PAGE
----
A commentator on Pacific affairs says Vanuatu's endorsement of China's position regarding the South China Sea dispute shouldn't come as much of a surprise.
Last week, the Prime Minister, Charlot Salwai, said it recognised China's territorial claim to a significant portion of the sea.
But China's claims, and militarisation of disputed islands, have angered many neighbouring countries and the United States, with the Philippines challenging China's position at an international tribunal.
The founder of DevPacific, Tess Newton Cain, who is based in Port Vila, said Vanuatu had a closer relationship with China than any other side in the dispute, so its support was not surprising.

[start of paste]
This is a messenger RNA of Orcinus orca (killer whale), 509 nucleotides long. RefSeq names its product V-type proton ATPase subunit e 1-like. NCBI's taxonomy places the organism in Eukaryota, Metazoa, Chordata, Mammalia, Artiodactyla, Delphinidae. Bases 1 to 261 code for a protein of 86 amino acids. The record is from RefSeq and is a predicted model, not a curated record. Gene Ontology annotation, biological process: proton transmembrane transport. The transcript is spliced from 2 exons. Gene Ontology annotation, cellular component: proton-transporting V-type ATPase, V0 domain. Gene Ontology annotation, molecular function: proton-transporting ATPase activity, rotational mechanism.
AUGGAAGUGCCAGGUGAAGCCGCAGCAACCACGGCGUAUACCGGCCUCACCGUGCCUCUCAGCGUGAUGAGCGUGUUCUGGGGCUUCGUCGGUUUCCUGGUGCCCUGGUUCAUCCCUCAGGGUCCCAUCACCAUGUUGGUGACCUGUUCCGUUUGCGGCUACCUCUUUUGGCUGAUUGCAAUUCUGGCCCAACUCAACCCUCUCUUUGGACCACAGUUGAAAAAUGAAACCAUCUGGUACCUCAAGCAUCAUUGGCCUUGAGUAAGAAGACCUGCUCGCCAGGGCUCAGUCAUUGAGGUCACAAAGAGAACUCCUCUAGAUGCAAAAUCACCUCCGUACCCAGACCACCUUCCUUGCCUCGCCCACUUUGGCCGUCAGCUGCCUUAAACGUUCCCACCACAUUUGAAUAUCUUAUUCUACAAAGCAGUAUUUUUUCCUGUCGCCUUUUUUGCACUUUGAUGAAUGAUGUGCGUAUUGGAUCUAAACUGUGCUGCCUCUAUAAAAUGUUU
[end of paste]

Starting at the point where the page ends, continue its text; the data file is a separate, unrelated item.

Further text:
She said Chinese representatives had been trying to rally Vanuatu's support for a while.
"The ambassador has been raising it with members of the Salwai government. I don't know to what extent -- you know, if there was a specific request or whether it was a suggestion -- but certainly it's something the Chinese embassy has been seeking to keep on the agenda."
Tess Newton Cain said Vanuatu had a long history of independent foreign relations.